Sword and sorcery fans won't see Maisie Williams until July 16.
That's the night Williams' spunky Arya Stark — along with kings, queens, knights, zombies, dragons, schemers and louts — returns for the seventh season of HBO's world-famous "Game of Thrones."
Airline passengers and members of the media saw Williams in action Wednesday. The 20-year-old British actress filmed several scenes for the upcoming movie "Departures" at Albany International Airport.
While nobody knows what will happen to Stark in the sprawling and generally sinister "Thrones" storyline, where beloved characters — and characters not so beloved — are beheaded, stabbed, blown up, squashed, incinerated and poisoned, the "Departures" script has given Williams a chance to prepare for a noble finale. She plays Skye, a teenager with a terminal illness, who befriends Calvin, a 19-year-old who is afraid of everything.
In the movie, Calvin helps Skye carry out eccentric tasks on a bucket list that Skye wants to complete before she dies.
Actors and actresses, directed by Rhinebeck's Peter Hutchings, were at the airport's second-floor food court Wednesday afternoon, just in front of a Starbucks coffee shop.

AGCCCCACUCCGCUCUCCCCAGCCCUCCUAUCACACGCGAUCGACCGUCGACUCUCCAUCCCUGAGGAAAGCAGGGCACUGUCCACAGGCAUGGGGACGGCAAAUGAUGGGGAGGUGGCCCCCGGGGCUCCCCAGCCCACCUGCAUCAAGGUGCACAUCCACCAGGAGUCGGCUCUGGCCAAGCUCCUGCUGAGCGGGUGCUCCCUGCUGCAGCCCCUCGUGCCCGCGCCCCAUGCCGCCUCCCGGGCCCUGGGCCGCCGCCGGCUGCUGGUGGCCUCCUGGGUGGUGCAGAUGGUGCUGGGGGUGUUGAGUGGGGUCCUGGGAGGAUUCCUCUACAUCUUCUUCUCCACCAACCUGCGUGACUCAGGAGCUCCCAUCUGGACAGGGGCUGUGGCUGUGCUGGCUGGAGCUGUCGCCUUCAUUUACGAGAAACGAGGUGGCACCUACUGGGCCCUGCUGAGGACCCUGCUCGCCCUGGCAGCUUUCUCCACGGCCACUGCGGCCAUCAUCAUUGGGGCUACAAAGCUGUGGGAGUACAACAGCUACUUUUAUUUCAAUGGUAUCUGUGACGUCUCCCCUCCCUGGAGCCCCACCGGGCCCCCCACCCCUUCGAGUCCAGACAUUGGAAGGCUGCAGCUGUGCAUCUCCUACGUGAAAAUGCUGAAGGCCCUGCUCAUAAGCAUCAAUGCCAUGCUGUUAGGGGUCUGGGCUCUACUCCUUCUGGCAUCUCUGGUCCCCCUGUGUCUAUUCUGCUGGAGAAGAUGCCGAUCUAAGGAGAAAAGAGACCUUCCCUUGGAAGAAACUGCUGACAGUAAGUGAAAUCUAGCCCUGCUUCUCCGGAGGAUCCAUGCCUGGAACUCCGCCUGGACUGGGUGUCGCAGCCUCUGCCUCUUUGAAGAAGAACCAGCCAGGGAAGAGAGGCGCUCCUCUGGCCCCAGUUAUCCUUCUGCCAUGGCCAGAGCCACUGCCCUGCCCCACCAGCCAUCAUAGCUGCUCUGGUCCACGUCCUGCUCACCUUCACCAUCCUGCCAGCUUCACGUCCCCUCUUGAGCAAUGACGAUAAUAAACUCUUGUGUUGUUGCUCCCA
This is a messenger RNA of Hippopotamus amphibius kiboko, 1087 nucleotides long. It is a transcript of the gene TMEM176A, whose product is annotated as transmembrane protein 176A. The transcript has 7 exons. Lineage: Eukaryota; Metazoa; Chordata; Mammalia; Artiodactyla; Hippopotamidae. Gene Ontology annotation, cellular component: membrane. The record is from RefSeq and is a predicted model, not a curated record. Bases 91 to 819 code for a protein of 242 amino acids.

Williams, often dressed in peasant clothes with her slender sword "Needle" for "Thrones," wore a black, pink and white plaid sweater, blue jumper, black stockings and boot-high, black Converse Chuck Taylor All Star sneakers for her part. Her hair was jet black on top and light violet and long on the sides.
The actors in the scene, surrounded by men and women in shorts, T-shirts, ball caps and electronic gear hanging from belts, were around a golf cart-style airport transport. Williams stood outside the cart, said something to the actor driving the rig and then darted over to lounge chairs near a wall full of windows. She retrieved a paper, walked back to the cart, jumped into the passenger side and began reading the paper — which was snatched away by her driver.
"Let's do it again," said an assistant director, a man dressed in blue jeans, a black T-shirt and a Boston Red Sox ball cap.
"Re-setting." "Roll sound." "Roll camera." "Action."
The scene was repeated several times, with people walking to and from airliners pausing for a few moments to watch the crew at work. Signs were around that alerted people that "Departures" was being filmed. "If you enter this area, it is possible you will appear recognizably in the film," read part of the message.
Some people asked reporters what was going on. A few airport visitors took photos with their cellphones; crew members quickly asked them to stop.
About 12:30 p.m., the actors moved to another location — an airport baggage room. "Let's only take the equipment we need," the assistant director said. Williams and other members of the acting troupe did not pause for a brief news conference. They were off to the next set, working all day.